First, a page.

Kew Up For This Beauty!

The Royal Botanic Gardens at Kew has the world’s largest collection of plants. From expansive vegetation to museums, this place is both a botanist’s and tourist’s delight

10/1/2015 11:32:46 AM
written By : Basabi Banerjee Print

As Americans observed independence day on the fourth of July this year, Singaporeans were also in a celebratory mood. The Botanic Gardens had just been declared a UNESCO World Heritage site. Experts spoke highly of the Gardens’ “vast botanical values” and “excellent landscape designs”, and UNESCO delegate Maria Theresa P Lazaro lauded its “approach to conservation, such as its digital inventories for both living and archival plants.” Singaporeans were jubilant that their very own Botanic Gardens was now on a heritage list which includes over a 1000 sites, but has only two other gardens on its honour roll: The Orto Botanicodi Padova in Italy and the Royal Botanic Gardens at Kew. Little wonder then that Kew topped my list of places to visit when I left for a two-week trip to London on July 8th.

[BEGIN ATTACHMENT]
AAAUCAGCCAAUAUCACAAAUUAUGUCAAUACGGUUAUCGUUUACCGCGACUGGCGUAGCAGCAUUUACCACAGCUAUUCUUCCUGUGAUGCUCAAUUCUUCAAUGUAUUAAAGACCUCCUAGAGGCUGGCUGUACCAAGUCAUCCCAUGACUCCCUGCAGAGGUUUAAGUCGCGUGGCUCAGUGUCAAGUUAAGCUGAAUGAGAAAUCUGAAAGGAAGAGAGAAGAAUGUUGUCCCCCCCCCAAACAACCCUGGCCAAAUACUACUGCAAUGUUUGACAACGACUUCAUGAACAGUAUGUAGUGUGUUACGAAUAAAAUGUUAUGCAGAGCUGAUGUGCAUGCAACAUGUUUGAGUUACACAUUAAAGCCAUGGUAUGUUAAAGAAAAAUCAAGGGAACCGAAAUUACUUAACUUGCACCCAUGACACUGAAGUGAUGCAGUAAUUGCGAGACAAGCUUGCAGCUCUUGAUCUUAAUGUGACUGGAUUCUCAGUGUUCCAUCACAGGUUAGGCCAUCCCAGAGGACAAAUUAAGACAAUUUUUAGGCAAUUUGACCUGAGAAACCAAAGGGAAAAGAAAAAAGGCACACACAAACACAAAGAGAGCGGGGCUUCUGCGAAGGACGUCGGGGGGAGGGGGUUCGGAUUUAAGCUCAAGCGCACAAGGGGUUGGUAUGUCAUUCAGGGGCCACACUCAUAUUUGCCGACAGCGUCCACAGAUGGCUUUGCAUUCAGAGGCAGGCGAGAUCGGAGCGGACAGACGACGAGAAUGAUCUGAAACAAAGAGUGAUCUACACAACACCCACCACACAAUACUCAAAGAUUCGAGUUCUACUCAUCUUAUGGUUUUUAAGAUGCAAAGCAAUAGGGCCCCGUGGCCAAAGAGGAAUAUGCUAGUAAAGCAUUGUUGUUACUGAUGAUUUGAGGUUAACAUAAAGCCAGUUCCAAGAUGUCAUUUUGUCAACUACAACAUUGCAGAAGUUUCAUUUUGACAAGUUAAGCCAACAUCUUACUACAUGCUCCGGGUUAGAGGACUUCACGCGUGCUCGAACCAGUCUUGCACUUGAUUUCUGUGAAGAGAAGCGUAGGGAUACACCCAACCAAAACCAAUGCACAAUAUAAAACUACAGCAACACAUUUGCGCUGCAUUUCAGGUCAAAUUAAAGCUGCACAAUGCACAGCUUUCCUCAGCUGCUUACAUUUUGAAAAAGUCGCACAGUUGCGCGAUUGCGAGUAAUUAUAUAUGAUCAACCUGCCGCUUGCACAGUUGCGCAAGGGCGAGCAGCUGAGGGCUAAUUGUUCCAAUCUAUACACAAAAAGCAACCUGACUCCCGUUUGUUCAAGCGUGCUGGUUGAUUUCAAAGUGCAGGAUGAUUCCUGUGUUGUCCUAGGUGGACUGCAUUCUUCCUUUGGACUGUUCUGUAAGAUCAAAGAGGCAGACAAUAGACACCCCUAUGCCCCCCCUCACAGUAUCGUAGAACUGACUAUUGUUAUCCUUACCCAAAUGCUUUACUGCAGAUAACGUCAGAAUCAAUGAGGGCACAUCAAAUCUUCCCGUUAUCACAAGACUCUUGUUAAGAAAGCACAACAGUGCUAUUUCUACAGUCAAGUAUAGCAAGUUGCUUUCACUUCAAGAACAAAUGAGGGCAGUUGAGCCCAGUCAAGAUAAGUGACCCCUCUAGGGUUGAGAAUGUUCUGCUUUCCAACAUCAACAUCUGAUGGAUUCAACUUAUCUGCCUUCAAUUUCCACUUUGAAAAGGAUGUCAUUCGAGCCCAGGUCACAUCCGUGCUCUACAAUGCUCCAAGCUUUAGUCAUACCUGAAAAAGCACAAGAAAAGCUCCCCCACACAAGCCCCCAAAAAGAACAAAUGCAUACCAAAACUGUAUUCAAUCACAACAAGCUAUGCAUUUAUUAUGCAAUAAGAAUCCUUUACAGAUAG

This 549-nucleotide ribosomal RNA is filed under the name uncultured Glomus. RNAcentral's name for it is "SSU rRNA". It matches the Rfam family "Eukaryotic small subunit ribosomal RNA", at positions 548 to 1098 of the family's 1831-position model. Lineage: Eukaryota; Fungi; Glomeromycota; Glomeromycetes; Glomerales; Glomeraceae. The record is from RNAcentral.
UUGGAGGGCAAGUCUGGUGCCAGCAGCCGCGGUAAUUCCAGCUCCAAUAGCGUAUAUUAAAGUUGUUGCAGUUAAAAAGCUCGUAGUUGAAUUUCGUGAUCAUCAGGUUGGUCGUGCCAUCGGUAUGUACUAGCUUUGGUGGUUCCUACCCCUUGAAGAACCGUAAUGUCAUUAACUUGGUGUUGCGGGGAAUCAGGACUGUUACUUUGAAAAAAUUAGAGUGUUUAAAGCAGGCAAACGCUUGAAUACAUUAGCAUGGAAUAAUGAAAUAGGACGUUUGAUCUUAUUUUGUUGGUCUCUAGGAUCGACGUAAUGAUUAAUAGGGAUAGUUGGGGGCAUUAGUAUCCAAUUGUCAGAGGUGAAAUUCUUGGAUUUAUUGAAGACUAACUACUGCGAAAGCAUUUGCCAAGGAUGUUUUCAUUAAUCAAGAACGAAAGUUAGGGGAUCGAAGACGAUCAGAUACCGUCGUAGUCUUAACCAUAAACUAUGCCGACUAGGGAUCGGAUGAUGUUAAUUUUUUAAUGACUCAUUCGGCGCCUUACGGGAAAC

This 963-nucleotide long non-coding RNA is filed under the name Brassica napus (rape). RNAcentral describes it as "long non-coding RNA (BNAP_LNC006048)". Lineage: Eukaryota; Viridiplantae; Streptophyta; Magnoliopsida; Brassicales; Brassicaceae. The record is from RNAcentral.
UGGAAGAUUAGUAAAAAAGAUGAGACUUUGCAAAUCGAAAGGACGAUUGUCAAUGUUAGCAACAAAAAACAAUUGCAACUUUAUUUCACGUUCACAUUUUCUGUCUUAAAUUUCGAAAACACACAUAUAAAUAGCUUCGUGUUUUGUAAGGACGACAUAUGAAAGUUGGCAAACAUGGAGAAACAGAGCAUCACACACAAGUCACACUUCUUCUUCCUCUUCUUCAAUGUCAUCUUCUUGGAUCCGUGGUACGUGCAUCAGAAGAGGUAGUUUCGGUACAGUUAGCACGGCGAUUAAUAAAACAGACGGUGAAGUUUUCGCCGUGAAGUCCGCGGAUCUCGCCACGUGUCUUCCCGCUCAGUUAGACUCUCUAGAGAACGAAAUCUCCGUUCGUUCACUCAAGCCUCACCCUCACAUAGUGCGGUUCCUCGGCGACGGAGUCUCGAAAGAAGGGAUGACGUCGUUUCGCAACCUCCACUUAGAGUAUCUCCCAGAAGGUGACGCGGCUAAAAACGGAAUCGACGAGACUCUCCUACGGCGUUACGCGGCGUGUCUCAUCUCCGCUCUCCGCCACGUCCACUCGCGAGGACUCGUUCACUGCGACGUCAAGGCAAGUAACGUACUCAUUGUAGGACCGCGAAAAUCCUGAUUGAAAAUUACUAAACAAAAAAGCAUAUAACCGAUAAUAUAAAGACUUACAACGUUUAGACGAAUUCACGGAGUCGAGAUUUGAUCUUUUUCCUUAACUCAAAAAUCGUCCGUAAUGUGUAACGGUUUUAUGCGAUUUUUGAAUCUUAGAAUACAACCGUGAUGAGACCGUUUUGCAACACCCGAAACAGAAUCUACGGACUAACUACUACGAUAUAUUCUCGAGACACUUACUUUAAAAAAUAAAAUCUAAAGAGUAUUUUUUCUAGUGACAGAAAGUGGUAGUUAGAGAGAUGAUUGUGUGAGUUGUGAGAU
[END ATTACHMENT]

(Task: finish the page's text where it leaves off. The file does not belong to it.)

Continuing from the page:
We set out to visit Kew on a perfect summer morning only to discover when we arrived that the half-day we had set aside to savour its myriad attractions was woefully inadequate. However, to make the best use of our time we decided on a short guided tour to get a quick overview of the Gardens. The knowledgeable guide who greeted us at Victoria Plaza stressed that the primary purpose of Kew was to be a global resource for plant and fungal knowledge. Since the first laboratory was built in the gardens in 1876, scientists and researchers have been working in Kew to discover new leads for the treatment of debilitating diseases, to explore the usefulness of certain plants in controlling pests and develop techniques such as DNA finger printing and chemical tests to authenticate plant products.
The gardens combine 250 years of science and ideas with a stunning panorama of sweeping lawns, magnificent architecture and a formidable collection of plants from every corner of the globe. Massive glasshouses present a staggering array of plant species from ten different climatic zones. Extravagant architectural structures lend interest to the glades and dells and the meticulously designed landscape contains many scientifically important plant species in a breathtaking setting.

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